Nghia Tin Nguyen joined our lab today. We are looking forward to his discoveries during his Ph.D. years at CU Boulder!
OK. This is probably way too early, but we decided to switch to this new website anyway. It’s still work in progress and a lot is left to be filled-in & bugs need to be squashed. Let us know what you think and where we need to improve!
If you are a first or second year graduate student at CU Boulder, and you are passionate about our optics research program, please feel free to contact us to schedule a lab visit. While we don’t expect much prior lab experience, interest in precision optics experiments is a must. Some engineering skills would help too, including, but not limited to
Over the past decade, our group has made great strides in terms of oscillator performance (see other posts on this topics). While that was all exciting, it has also created a new issue, as it meant that we would need to find new ways of measuring such low levels of noise. Out of this necessity, we created a measurement setup,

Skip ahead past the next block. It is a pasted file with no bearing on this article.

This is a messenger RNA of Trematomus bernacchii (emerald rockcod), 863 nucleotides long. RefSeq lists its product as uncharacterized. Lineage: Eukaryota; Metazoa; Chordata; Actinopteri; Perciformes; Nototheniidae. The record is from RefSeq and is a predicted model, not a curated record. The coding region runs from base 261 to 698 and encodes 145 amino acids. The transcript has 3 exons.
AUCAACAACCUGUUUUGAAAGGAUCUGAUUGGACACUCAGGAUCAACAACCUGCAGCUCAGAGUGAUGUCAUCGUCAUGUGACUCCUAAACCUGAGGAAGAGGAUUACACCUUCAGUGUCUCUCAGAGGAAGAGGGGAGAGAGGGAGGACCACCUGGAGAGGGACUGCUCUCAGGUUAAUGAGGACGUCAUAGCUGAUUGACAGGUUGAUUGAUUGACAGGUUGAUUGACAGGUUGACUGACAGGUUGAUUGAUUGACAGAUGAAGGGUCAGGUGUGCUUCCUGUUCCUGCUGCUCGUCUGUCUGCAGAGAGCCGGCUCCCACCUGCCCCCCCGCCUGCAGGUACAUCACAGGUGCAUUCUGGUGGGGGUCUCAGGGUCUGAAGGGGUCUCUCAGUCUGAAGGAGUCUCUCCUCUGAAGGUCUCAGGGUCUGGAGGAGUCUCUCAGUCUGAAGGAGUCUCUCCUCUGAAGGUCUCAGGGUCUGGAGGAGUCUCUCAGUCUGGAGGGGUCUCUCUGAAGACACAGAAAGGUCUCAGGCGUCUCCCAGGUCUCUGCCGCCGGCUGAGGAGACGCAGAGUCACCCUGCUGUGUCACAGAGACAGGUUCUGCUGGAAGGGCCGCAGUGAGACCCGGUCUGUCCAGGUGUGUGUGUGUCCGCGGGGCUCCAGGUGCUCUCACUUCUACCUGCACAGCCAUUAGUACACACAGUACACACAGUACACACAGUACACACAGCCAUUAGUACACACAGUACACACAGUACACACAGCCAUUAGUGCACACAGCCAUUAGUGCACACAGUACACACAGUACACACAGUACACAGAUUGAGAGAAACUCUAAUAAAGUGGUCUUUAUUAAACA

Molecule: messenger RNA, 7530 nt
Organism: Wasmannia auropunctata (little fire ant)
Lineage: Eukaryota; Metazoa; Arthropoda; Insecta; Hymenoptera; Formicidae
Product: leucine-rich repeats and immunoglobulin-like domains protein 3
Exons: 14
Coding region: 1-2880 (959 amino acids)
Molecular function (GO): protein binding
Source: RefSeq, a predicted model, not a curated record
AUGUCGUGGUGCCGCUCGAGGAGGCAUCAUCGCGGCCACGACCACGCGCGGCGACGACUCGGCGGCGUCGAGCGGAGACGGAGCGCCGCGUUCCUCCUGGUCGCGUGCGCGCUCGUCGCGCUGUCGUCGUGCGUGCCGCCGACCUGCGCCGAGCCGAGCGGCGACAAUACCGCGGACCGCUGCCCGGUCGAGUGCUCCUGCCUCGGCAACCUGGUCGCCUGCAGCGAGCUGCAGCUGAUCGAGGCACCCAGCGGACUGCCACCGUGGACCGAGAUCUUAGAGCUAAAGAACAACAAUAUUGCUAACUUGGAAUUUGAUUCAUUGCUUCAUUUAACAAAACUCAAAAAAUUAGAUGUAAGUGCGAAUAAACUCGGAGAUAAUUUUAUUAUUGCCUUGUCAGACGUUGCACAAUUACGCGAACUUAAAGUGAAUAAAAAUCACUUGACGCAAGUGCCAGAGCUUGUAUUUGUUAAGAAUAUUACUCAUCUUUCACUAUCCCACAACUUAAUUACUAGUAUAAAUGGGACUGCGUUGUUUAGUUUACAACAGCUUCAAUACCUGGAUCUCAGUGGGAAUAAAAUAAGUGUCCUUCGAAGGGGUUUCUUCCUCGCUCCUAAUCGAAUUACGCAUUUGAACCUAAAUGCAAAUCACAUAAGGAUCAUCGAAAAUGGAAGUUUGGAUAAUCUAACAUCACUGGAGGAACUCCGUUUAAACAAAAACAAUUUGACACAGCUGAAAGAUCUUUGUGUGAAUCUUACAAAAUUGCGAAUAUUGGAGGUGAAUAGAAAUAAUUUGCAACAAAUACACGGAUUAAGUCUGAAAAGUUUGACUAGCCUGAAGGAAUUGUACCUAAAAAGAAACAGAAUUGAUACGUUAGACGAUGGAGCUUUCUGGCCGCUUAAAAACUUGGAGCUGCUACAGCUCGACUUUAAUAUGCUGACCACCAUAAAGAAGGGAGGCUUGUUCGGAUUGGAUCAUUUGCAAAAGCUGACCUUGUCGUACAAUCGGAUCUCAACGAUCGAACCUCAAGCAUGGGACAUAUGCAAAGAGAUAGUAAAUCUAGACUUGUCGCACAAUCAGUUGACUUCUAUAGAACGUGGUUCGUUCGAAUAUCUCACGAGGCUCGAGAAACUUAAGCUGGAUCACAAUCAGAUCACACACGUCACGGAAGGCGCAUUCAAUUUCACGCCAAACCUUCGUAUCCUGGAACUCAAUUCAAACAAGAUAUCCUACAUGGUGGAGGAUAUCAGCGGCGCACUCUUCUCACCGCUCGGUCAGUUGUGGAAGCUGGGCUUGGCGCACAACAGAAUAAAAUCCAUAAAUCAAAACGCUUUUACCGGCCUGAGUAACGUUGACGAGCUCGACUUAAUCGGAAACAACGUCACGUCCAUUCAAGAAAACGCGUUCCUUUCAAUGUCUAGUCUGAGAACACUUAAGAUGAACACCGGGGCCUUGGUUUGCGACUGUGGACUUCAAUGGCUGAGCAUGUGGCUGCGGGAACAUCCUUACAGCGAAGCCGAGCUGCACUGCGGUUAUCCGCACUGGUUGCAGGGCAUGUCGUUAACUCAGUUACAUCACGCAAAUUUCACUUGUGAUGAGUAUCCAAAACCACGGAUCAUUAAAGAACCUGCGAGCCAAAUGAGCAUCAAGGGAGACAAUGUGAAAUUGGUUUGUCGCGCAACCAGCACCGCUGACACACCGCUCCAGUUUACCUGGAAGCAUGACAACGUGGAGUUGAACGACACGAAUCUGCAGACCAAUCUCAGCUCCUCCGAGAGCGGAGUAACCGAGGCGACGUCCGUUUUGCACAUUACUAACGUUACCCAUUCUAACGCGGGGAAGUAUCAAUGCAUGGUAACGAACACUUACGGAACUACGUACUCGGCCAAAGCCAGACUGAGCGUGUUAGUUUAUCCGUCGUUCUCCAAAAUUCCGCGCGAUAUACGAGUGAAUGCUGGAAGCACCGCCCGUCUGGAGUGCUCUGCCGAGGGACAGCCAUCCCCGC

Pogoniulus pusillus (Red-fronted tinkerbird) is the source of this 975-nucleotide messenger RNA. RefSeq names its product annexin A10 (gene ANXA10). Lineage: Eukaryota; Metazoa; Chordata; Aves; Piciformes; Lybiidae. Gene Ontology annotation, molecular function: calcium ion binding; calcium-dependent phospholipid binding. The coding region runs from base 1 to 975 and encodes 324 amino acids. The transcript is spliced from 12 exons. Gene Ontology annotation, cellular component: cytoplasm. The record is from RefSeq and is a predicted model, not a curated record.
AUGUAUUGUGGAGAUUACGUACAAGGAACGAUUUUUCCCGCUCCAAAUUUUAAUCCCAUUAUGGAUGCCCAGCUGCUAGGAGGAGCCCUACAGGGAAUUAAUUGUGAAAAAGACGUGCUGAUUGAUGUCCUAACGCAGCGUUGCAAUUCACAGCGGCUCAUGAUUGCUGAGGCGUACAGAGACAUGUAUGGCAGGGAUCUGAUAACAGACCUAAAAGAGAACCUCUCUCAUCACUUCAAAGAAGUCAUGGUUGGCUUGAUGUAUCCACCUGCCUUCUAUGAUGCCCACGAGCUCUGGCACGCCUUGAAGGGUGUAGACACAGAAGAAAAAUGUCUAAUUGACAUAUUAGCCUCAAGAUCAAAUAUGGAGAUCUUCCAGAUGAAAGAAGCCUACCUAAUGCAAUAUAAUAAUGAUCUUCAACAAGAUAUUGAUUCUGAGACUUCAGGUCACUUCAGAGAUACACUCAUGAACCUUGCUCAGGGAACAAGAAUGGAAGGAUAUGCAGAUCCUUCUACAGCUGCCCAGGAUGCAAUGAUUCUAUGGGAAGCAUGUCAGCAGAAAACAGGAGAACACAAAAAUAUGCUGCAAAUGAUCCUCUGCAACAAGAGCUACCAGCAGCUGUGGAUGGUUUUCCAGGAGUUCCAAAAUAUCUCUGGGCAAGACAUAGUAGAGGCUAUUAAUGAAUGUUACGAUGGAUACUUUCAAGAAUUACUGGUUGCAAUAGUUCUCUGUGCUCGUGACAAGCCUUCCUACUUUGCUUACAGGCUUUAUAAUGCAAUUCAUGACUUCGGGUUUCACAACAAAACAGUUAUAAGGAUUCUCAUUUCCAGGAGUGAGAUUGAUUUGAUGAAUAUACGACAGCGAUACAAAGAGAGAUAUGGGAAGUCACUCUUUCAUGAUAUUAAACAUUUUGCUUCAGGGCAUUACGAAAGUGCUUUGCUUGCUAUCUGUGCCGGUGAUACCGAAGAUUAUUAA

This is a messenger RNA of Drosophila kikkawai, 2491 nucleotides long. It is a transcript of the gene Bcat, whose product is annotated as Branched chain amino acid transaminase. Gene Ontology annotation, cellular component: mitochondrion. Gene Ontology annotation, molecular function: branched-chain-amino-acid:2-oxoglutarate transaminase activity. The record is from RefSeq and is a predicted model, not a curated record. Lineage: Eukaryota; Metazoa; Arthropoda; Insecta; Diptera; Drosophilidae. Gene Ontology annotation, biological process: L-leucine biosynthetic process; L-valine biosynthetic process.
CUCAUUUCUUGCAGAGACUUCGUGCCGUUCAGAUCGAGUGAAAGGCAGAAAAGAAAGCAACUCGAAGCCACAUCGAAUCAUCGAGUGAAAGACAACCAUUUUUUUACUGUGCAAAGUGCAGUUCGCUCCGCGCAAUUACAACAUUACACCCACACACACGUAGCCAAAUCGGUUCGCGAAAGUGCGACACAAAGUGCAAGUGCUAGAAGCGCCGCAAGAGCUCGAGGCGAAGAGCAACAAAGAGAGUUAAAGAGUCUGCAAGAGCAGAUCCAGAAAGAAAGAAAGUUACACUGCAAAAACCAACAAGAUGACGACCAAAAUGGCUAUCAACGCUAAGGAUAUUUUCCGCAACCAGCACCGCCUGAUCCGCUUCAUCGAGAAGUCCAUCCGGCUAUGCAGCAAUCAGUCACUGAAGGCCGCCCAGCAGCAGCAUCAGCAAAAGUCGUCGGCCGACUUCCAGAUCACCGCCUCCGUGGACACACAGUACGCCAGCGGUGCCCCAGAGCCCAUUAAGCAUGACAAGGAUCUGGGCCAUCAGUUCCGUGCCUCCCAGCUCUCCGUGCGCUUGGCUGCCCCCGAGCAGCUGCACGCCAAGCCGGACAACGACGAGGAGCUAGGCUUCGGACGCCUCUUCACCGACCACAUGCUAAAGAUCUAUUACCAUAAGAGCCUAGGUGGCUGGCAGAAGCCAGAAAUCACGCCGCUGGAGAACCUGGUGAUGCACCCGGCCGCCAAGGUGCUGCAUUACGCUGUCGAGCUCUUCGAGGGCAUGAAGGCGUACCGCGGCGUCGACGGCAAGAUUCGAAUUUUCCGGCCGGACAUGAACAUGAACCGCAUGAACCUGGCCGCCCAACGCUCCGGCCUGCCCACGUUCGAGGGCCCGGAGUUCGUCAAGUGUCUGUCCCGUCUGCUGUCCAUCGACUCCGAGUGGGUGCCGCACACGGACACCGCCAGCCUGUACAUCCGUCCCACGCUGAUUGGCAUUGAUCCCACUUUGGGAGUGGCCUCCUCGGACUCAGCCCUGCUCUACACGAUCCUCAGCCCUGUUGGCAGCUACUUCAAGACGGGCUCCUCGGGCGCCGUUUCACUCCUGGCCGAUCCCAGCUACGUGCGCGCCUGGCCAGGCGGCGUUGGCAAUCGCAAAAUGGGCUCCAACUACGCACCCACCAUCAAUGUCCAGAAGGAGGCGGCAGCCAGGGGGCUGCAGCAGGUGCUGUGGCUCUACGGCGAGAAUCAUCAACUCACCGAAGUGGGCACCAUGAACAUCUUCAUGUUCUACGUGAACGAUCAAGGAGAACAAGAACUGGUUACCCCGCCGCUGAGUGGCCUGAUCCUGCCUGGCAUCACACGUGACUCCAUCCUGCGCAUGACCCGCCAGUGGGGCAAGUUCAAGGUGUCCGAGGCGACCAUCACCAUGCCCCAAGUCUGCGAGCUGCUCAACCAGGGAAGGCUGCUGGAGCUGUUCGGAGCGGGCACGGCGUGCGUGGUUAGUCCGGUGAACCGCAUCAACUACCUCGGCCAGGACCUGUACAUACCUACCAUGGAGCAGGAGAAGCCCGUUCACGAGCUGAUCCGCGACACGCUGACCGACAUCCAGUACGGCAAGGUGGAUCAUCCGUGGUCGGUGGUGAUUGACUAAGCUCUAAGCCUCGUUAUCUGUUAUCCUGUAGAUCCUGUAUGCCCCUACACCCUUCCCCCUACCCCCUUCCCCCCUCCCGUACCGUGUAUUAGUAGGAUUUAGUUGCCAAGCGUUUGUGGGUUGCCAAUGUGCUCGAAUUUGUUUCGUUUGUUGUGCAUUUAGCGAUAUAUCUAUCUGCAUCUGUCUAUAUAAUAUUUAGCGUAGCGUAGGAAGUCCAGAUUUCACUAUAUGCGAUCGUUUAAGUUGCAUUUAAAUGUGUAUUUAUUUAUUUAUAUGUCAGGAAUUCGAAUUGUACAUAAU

Every year, more than two billion quartz crystals are sold on the global market. Most of these are used in consumer devices, such as wrist watches, computers and cell phones. Such oscillators are reliable and cheap, but provide limited performance due to mechanical loss in the quartz crystal itself. There is large variety of other electronic oscillators, though all of
We proudly present the world’s first monolithic mode-locked lasers. These lasers are among the quietest free-running oscillators available to date. They can be fully phase stabilized if desired. Low-noise, high-repetition-rate mode-locked solid-state lasers are attractive for precision measurements and microwave generation, but the best lasers in terms of noise performance still consist of complex, bulky optical setups, which limits their